Yesterday I talked about how I’ve been taking MIDI note numbers and remapping them to different tunings here. If you only need to deal with discreet chromatic pitches this is enough; but what about if you are using pitch bends? Say you are bending a pitch up a half-step. If you simply add the bend amount to the initial note, you’ll get a sudden jump by the difference in tuning when you hit the next step. Let me illustrate this:
Starting Pitch: middle C + 16 cents (60.16)
Ending Pitch: C# – 14 cents (60.86)
If we have our pitch bend data so that it gives +1.0 is a half-step and add it to the MIDI note look what happens:
Starting Pitch + Bend up 0.25: 60.41
Starting Pitch + Bend up 0.5: 60.66
Starting Pitch + Bend up 0.75: 60.91 <- higher than our desired ending pitch
Starting Pitch + Bend up 1.0: 61.16 <- even higher
This is because here pitch bend is being treated as an alteration to the note rather than to the index of our tuning. The trick is that rather than linear bending across a linear range, we now want linear bending across a non-linear range (since each step is not a different distance from its neighbors). We need to take a few additional steps to make this work correctly. Here we go (in SuperCollider again):
First, to make our pitch bends map to floats where a delta of 1.0 = a half-step, you need something like this:
bend.linlin(8192,8874,0.0,1.0,nil).round(0.01) // .linlin maps a linear range to an other linear range
The first two arguments depend on what format your pitch bend data is in. In my case, it’s a 14-bit integer where 8192 is no bend and 8874 is up a half-step. The 0.0,1.0 is the new range these numbers will be. nil tells it to not clamp values (so this works with higher and lower values than those given). Finally .round(0.01) rounds the output to the nearest cent (you could skip that if you’d like).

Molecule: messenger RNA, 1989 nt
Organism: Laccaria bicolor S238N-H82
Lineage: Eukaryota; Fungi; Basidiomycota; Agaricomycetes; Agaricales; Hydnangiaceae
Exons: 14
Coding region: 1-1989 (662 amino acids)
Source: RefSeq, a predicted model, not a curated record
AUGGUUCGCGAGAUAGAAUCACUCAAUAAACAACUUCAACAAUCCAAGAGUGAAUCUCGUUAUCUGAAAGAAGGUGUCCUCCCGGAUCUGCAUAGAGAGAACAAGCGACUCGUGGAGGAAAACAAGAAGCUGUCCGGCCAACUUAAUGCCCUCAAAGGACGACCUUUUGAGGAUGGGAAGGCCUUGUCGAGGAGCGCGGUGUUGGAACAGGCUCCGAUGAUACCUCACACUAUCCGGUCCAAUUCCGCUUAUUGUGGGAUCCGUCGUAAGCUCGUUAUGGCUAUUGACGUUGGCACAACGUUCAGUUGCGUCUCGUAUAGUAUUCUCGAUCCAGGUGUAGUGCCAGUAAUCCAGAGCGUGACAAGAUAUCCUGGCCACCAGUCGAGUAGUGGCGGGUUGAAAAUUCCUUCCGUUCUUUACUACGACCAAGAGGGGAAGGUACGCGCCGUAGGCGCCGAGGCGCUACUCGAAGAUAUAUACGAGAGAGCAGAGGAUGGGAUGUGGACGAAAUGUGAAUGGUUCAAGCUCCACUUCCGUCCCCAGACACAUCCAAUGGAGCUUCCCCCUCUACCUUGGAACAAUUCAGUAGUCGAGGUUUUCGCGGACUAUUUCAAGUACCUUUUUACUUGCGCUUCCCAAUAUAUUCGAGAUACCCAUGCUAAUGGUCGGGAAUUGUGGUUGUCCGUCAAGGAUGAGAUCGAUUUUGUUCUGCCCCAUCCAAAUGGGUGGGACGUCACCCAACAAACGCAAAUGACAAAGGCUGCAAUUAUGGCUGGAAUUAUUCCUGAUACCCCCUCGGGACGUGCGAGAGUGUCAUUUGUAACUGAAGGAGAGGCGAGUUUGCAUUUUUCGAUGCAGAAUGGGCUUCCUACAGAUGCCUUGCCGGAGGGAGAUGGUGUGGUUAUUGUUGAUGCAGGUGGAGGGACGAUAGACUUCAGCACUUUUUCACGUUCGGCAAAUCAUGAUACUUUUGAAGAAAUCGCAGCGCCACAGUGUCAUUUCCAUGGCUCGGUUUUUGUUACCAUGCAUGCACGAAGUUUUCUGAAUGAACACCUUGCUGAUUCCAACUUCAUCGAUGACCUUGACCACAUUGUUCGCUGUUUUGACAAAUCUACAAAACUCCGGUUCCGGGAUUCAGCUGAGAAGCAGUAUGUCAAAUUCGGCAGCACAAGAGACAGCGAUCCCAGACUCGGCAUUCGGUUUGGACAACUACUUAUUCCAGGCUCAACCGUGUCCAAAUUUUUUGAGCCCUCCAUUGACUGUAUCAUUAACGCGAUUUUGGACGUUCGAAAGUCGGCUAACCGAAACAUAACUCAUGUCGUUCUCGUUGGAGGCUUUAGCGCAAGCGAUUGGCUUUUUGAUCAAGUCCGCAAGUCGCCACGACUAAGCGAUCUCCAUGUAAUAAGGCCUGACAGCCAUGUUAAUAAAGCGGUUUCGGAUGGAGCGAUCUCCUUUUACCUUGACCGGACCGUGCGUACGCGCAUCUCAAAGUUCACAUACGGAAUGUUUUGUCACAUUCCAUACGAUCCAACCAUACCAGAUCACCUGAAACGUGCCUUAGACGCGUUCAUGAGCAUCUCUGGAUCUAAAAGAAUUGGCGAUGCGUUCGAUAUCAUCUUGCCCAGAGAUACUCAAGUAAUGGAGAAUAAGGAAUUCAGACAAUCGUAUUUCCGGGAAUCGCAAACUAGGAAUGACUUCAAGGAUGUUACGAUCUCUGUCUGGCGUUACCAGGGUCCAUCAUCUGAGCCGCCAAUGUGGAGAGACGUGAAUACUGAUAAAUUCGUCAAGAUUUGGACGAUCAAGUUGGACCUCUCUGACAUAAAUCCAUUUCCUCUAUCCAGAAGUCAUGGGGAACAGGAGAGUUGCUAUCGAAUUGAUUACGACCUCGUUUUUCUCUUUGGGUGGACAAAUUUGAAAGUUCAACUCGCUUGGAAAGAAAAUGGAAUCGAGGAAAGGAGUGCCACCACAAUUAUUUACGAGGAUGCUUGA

Now for some magic! Arrays in SuperCollider have a method called blendAt() which takes a float as an index and spits out a linearly interpolated value between the neighbors around it. Here’s an example:
a = [ 2, 3];
a.blendAt(0.5); // returns 2.5 since the index 0.5 is half way between index 0 (2) and index 1 (3)
This behavior can be easily implemented in other languages as well of course but it’s nice that it’s just there in SuperCollider.
var tuning, note, bend, val, tunedNote;
tuning = [ 0.16, -0.14, -0.02, 0.17, 0.02, 0.14, 0.33, -0.31, -0.12, 0, 0.05, 0.04 ]; // our tuning
note = 60; // starting pitch
bend = 1.0; // bend amount
val = note + bend; // add the note and the bend
tunedNote = val + tuning.blendAt( val % 12, ‘wrapAt’ ).round(0.01); // magic!
Here’s what’s happening. We start by adding the pitch bend to the note like before (val). Next we convert that to an index by using mod 12. ‘wrapAt’ lets the last value in the array blend with the first in the array (so you can bend between 11 and 0). This spits out the correctly interpolated +/- cents for our new note. We then add this to val to get the real offset. Here’s some example output:
note = 60, bend = 0.0: 60.16 <- initial note
note = 60, bend = 0.25: 60.33
note = 60, bend = 0.5: 60.51
note = 60, bend = 0.75: 60.68
note = 60, bend = 1.0: 60.86 <- bend up a half-step
note = 61, bend = 0.0: 60.86 <- up a half-step with no bend
Now all bent values are scaled correctly and a bend of +1.0 gives the same result as just playing the next higher note with no bending.